Share of weekly TV set usage in U.S. homes, by program source in the winter of 2010: Ad-supported basic cable, 48.0%; ABC/CBS/NBC programs, 14.2%; syndication, 8.3%; pay cable, 4.9%; ABC/CBS/NBC affiliates, 4.6%; VCR/DVD play, 3.9%; other broadcast networks, 2.6%; independent stations, 2.5%; PBS stations, 2.0%; video games, 2.0%; all other, 7.0%. (Media Dynamics, 2011)

    Network cable advertising revenue grew 9.6% in 2010 to $20.5 billion, while local cable ad sales jumped 20.0% to $6.6 billion. (Cabletelevision Advertising Bureau, 2011)

    The top cable advertising categories in 2010: 1. Television & Cable TV; 2. Fast Food; 3. Insurance Providers; 4. Medicated Products and Non-RX Remedies; 5. Cars & Light Trucks (Asian); 6. Business, Personal & Residential Phone Services; 7. Discount Department Stores; 8. Household Cleaning Products; 9. Cars & Light Trucks (Domestic); 10. Cosmetics & Skin Care Products. (Media Monitors, 2011)

    Estimated median audience age for the following cable TV genres: Kid/Cartoon Channels, 11.6; Music Channels, 23.0; Comedy/Entertainment Channels, 33.3; Sports Channels, 41.8; Women-Oriented Channels, 47.0; Documentary/Information Channels, 50.8; News/Business Channels, 59.6. (Media Dynamics, 2011)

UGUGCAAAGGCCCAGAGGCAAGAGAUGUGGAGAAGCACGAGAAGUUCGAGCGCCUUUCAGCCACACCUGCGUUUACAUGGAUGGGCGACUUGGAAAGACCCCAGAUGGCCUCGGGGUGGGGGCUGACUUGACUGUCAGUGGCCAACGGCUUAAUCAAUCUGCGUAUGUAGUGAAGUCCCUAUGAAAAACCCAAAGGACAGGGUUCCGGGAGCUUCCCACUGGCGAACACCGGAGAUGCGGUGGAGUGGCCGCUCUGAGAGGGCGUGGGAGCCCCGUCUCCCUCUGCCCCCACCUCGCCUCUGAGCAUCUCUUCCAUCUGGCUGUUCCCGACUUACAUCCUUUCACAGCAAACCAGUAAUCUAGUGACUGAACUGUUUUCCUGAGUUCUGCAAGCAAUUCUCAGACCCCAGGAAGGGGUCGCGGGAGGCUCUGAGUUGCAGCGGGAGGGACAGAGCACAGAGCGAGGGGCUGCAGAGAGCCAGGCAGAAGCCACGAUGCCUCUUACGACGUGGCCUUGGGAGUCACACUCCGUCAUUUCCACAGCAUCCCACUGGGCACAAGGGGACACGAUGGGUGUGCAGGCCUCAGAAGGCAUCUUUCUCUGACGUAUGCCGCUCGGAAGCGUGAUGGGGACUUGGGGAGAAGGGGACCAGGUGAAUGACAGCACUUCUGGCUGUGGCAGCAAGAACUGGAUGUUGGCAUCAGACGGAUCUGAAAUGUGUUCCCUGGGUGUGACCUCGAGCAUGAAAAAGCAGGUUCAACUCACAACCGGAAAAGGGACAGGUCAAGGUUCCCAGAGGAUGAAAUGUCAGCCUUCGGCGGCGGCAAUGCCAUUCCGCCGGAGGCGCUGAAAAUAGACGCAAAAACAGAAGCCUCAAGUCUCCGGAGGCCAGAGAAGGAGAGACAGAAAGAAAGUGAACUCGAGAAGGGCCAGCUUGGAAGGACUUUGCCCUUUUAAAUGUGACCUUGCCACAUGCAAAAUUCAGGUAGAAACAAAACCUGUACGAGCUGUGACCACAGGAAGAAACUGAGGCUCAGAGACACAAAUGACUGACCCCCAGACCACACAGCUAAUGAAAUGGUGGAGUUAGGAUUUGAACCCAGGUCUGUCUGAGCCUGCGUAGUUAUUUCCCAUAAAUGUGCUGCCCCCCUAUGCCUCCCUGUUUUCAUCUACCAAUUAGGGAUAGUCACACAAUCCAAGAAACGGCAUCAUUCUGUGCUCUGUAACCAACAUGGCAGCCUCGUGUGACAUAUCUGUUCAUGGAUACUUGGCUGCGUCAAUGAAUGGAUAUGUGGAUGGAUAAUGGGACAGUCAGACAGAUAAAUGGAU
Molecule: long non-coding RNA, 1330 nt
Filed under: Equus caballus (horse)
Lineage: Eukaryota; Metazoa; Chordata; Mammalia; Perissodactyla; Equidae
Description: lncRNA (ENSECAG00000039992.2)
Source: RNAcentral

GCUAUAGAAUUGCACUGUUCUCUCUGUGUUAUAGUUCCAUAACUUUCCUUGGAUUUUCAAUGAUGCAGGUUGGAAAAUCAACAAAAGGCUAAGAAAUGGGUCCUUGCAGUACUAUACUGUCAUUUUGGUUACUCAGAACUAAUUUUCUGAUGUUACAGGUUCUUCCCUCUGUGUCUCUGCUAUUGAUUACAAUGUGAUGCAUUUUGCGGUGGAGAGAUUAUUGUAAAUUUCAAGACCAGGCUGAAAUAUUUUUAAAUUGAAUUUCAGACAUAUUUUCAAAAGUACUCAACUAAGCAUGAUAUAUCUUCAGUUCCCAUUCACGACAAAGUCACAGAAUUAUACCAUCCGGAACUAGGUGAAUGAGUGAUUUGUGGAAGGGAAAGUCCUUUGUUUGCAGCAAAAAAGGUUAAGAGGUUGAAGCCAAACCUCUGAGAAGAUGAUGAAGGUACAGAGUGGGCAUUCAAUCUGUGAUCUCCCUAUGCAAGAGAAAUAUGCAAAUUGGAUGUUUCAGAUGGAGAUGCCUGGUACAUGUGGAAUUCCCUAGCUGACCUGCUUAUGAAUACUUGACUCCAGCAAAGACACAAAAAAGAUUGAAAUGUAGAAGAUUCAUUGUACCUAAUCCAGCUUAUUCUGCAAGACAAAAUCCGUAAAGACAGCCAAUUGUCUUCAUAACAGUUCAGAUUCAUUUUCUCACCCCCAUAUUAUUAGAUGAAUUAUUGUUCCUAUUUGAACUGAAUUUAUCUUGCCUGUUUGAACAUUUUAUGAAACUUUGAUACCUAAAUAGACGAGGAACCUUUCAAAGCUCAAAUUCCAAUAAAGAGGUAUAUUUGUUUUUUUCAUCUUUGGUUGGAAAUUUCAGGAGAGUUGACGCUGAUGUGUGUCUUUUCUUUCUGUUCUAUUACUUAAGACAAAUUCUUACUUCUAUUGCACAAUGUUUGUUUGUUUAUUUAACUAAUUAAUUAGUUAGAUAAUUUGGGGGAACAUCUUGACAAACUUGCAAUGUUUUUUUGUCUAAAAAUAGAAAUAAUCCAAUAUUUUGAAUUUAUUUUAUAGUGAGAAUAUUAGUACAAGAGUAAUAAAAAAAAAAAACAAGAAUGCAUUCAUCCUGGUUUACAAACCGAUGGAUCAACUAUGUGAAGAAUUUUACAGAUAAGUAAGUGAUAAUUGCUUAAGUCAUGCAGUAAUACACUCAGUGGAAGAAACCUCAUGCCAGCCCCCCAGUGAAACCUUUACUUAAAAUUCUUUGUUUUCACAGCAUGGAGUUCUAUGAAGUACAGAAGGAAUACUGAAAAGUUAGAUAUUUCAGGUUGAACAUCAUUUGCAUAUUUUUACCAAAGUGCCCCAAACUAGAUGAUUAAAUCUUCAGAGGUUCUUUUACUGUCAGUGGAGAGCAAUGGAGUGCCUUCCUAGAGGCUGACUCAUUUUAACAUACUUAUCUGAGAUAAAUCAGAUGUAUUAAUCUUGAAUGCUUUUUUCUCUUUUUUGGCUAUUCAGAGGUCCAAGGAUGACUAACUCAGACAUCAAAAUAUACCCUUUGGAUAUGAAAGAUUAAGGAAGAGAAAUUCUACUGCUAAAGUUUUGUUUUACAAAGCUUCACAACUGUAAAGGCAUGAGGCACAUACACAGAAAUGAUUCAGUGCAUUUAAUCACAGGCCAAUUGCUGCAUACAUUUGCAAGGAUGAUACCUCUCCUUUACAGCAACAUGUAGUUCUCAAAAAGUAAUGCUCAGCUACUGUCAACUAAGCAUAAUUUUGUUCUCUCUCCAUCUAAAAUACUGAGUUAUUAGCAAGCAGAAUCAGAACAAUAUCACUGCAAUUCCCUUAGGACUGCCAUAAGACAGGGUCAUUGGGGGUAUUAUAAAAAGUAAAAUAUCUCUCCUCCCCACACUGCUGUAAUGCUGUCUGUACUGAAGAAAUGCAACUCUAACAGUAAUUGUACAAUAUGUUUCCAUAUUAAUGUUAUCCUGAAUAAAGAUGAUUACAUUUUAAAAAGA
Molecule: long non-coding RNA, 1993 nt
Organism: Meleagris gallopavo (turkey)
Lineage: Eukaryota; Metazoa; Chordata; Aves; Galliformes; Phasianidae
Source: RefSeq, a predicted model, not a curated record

Seasonal viewing of cable channels is fairly consistent throughout the year. (Cabletelevision Advertising Bureau, 2011)

    The number of basic cable video customers has steadily fallen in recent years, from 65.4 million in 2006 to 63.7 million in 2008 and 59.8 million in 2010. At the same time, the number of digital video customers has risen from 32.6 million in 2006 to 44.7 million in 2010. (SNL Kagan, 2011)

  • Reach: Cable TV now reaches more than 90% of U.S. television households. (Cabletelevision Advertising Bureau, 2011)

    Targeted: Cable networks are targeted to specific demographics and clusters of people.

    Affluent Audience: Data from a variety of sources indicate that pay cable homes are considerably younger, more affluent and better-educated than non-cable households. (Cabletelevision Advertising Bureau, 2011)

    Cost: Low CPMs.

    Programming Diversity: Cable channels are willing to take chances on the types of trendy programs that broadcast networks typically will not consider.

    More Options: Between 2005 and 2010, the number of original programs on ad-supported cable almost doubled. (Cabletelevision Advertising Bureau, 2011)

  • Small Audiences: You can’t have large audiences for any given channel or program when there are dozens, even hundreds of channels from which to choose. Individual cable channels rarely pull in the big ratings.

    Production Costs: According to the American Association of Advertising Agencies, production costs for a national :30 commercial averaged over $300,000 in 2009. Producing quality commercials significantly impacts ad budgets.